Moving to Chicago in 2010, Achenbach delved into the burgeoning local music scene, and before long received an invitation to bring his gear to some rehearsals, and then to actual gigs. He couldn’t believe his luck: “I had just met some of the avant-garde guys, and only knew some other names — and then I’m in the same room doing things with them,” he says. “I realized I was putting my foot into this river of ancient knowledge. I got that churchy feeling of tapping into something deeper, and I didn’t want to give it up.” The feedback he received from the musicians — “You’re painting like we’re playing!” — reinforced his commitment, like that of Henri Toulouse-Lautrec in 19th-century Paris, documenting both the music and the surrounding scene.
Several years into this work, Achenbach felt the need to get “out of the corner; I wanted to get closer,” at which point he instituted his “Jazz Occurrence” series, where he brings the easel onstage to fully share the spotlight with music-makers. He has described these events as “a translation, or an amalgam of two languages… a meeting place of the sonic and visual arts. We have a dialogue about our future by using the tools of our past.”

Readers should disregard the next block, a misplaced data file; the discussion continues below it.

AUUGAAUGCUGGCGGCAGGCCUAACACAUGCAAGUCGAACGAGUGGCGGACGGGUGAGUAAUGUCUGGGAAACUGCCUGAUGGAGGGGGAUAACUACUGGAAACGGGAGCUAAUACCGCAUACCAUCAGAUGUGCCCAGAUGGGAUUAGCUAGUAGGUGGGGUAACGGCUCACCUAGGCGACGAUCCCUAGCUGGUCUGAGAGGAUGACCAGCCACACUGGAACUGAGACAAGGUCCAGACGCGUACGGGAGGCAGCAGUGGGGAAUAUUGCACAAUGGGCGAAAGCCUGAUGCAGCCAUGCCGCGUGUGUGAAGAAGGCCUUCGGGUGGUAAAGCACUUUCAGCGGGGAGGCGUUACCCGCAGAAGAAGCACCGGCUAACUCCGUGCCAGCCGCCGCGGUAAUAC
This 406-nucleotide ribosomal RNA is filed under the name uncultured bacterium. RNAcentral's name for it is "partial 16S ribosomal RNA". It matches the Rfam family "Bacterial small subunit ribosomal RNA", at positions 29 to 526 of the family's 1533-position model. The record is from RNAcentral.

He continues: “After all, these guys also talk in colors, in frequencies. And as I listen to the painting, it’s not just colors and brush strokes; it’s like the painting already exists at some point in the future, and the painting is telling me, ‘This comes next’ or ‘Make sure you don’t do this.’ Sometimes I fight it, and want to do something else, and the painting tells me,‘You know you’re going to have to work around that later.’ And musicians have told me that they go through the same sort of thing.”
The title of his collection of paintmgs and drawings, Hear This Book, further suggests the synesthetic nature of his art, the subject matter of which is not restricted to jazz. Still, Achenbach’s methodology never changes, and even when painting to other genres of music he remains always, in his words, a “jazz painter.”
JAZZIZ, Winter 2018/19. Pages 102–105.
A pleasantly busy schedule is ahead. Hot Chicago summer festivals and air conditioned inside concerts too.
Renee Baker's CREATeFEST is going to be fun. CJF and HPJF are always great. I'm sketching Bill Callahan, Leon Russell, and John Mayal. And collaborating with Samuel Williams in Oswego for a Gypsy Jazz Occurrence.
Then there's Glen Ellyn Arts Fest with Airic ThaPanimal on steel drums, to name one. And in the works: another Chris Weller collab. Not to mention the David Weathersby documentary JAZZ OCCURRENCE is in it's gathering interviews stage. We had JazzO No.9 and 10 recently for the 3rd annual Jazz Occurrence Art Exhibition in Aurora. Much attendance. Many thanks.
Please consider supporting the JazzO project, here on ScratchBang.
-Lewis Achenbach, July 28th 2016